With these guiding principles of partnership and early goal setting, the team could employ innovative sustainable design strategies and build them into the project from the outset.
While preservation has value for our communities and culture, the Guard wanted to be sure that investing in a building from the 1930s made sense for its 21st century needs. With updated AT/FP requirements, a tight budget and federal sustainability mandates, there was a real concern if it even would be possible to address all of these needs through a renovation project. The answer was a resounding yes. All AT/FP requirements met. The cost for the project was nearly half of what it would have cost to construct a new, similarly sized facility. And LEED Gold certification is anticipated, with expected annual energy cost savings of 17.9 percent.
Earlier restoration projects had replaced the original Readiness Center windows with wood and vinyl casement windows. Not only were these windows leaking water into the building, they were inefficient and did not meet the blast resistance required for AT/FP. For the new renovation, the architect utilized historic photographs found during research as the basis for the mullion pattern at the replacement windows and worked with their consulting structural engineer, ABS Consulting, to identify the level of blast protection needed at each window.
RESTORATION FOR TODAY’S NEEDS
The entire building had been constructed with a cast-in-place concrete façade, which was cracked and spalled allowing further water infiltration into the building. The architect surveyed the facades and documented each crack and spall. This provided drawings and specifications dictating the proper procedures for removal of loose concrete; anti-corrosive treatment for exposed rebar; the methods for patching cracks and spalls; as well as the procedure for coating the entire building with an elastomeric coating. At the area of the building determined to receive the highest blast impact, structural engineers scheduled the inside face of the cast-in-place concrete wall to receive a coating of fiber reinforced polymer composite along with steel brackets which extend from the floor to the roof at the window piers.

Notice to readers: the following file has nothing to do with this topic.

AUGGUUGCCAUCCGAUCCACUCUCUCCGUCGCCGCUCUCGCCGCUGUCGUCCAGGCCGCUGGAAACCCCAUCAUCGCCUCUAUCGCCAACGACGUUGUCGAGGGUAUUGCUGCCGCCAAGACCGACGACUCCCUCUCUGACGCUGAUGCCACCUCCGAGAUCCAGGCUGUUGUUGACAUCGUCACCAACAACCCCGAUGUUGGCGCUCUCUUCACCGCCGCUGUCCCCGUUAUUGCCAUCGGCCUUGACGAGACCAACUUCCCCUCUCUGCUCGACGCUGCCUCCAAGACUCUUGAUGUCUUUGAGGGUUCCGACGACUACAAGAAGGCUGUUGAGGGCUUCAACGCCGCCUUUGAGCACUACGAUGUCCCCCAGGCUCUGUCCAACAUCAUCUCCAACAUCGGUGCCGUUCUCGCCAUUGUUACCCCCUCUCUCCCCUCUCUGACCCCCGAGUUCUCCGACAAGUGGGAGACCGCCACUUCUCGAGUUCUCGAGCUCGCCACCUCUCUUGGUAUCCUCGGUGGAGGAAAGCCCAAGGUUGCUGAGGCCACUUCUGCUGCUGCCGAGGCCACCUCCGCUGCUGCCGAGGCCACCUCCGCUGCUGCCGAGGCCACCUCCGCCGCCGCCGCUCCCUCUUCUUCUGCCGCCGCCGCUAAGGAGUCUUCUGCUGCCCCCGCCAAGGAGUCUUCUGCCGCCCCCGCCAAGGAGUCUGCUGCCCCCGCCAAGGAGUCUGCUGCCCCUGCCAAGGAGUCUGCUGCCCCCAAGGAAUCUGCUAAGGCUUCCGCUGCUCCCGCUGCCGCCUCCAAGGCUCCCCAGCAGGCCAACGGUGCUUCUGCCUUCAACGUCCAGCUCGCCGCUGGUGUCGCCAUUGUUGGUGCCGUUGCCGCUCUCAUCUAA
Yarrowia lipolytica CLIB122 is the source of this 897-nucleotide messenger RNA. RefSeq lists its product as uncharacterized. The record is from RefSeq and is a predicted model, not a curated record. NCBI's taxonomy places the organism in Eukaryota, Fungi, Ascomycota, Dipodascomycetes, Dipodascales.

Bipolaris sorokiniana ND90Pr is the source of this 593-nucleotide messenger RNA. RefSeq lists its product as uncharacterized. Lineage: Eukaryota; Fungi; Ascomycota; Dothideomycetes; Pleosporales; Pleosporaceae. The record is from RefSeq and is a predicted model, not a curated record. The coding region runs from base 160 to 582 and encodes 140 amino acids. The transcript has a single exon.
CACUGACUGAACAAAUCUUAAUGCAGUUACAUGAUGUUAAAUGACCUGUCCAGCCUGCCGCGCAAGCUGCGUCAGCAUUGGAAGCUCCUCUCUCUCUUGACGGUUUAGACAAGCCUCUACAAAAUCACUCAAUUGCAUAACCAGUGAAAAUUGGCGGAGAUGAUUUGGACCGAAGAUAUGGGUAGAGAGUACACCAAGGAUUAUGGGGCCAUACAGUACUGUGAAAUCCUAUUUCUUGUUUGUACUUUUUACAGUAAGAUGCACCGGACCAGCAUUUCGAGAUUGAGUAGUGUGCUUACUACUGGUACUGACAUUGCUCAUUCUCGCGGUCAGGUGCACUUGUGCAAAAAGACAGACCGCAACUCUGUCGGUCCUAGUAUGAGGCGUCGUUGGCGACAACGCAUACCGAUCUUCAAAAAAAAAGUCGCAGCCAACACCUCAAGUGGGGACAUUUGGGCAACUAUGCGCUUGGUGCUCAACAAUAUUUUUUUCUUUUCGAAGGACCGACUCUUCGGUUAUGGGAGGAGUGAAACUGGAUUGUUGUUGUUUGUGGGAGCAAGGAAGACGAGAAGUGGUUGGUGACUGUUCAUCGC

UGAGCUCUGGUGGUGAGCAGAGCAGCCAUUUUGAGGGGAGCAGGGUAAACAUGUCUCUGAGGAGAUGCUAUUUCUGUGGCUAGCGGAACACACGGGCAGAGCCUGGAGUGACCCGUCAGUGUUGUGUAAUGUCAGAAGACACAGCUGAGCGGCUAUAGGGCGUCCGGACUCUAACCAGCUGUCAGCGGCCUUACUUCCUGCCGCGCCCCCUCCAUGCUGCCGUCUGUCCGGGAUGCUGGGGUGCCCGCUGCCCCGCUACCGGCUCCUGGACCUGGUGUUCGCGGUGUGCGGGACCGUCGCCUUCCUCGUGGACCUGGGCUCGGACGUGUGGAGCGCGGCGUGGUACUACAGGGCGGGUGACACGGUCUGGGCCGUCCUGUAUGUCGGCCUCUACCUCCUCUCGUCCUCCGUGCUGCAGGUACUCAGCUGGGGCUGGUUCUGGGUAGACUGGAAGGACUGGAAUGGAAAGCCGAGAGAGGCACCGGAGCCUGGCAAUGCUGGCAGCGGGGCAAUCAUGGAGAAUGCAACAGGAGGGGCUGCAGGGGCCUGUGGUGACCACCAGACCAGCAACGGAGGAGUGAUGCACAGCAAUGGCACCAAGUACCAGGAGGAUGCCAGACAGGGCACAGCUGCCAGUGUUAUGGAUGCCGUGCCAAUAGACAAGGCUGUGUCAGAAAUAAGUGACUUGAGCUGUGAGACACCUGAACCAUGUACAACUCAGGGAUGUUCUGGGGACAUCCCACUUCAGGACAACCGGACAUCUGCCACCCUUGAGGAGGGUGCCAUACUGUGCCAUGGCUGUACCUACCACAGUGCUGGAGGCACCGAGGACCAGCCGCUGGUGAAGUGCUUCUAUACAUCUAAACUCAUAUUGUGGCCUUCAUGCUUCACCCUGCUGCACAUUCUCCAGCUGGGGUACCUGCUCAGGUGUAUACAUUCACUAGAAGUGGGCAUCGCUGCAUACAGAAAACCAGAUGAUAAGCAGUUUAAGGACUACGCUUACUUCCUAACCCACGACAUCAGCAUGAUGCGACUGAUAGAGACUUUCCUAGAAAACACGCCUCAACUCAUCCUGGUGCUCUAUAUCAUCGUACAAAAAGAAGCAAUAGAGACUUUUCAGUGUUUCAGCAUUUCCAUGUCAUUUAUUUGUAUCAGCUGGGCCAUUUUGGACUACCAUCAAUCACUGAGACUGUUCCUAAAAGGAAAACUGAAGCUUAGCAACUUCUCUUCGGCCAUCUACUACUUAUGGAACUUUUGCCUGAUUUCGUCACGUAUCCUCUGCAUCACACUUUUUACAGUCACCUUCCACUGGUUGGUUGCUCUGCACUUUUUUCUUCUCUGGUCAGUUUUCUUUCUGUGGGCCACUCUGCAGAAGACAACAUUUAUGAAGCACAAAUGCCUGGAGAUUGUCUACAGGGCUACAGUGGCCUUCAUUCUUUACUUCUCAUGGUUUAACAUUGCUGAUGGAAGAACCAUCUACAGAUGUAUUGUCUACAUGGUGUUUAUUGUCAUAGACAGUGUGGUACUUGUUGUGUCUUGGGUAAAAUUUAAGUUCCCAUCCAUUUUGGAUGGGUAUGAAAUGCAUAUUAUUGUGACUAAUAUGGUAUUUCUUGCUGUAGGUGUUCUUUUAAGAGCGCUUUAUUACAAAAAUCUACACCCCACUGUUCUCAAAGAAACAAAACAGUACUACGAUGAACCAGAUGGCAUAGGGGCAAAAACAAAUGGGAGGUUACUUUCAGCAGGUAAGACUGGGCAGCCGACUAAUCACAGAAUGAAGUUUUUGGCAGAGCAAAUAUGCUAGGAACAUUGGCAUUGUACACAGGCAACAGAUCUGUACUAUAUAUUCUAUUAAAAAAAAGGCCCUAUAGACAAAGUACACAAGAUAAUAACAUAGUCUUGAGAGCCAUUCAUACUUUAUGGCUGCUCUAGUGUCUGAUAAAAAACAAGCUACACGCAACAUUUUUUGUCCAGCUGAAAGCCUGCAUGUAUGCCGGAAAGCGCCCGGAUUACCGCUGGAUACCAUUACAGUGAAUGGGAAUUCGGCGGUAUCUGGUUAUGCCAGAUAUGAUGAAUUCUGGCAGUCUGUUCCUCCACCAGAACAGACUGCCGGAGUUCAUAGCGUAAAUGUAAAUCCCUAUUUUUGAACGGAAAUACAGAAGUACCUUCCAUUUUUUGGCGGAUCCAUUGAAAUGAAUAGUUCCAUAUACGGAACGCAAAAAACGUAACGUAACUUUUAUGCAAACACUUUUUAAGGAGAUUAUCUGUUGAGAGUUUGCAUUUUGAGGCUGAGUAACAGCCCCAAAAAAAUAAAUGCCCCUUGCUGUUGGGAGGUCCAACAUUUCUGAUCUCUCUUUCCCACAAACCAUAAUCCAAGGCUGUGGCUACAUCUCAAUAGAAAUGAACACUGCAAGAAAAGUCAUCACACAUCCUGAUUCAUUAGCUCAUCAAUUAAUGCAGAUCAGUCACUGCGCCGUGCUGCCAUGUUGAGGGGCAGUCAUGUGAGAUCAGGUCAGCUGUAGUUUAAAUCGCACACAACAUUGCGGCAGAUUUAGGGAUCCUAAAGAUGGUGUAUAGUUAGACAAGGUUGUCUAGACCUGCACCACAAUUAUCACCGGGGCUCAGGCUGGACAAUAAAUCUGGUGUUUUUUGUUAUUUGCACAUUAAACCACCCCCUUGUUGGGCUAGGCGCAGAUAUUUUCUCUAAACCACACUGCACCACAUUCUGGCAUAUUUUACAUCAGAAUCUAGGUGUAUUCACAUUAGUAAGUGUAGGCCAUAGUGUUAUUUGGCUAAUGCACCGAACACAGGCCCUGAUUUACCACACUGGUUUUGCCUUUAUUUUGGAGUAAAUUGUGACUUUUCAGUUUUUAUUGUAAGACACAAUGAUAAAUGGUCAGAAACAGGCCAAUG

To meet today’s changing needs of ARNG and updated military security measures, various doors were required to be replaced or modernized with updated hardware. The work included replacing overhead doors that had been designed to match the original wood doors that had formerly led to stables for the cavalry’s horses.
Existing roofing and insulation was removed and replaced with thicker polyisocyanurate, more than doubling the R-value of the roof.
The team had to focus on efficiency and creative solutions to keep the project on track with the budget, which was just under $14 million. That was the construction funds available to renovate the 83,000-ft² building, construct an addition, and make sizable improvements to the site. A new construction project of similar size and quality likely would range between $270-per/ft² to $300-per/ft². That equates to a potential budget of $22 million to $25 million. By reusing more than 95 percent of the existing building shell, structure and interior walls, the Bailey Edward team was able to save nearly 50 percent of the construction cost of a new structure. That saved money can be used for other mission needs.
CONSERVATION FOR TOMORROW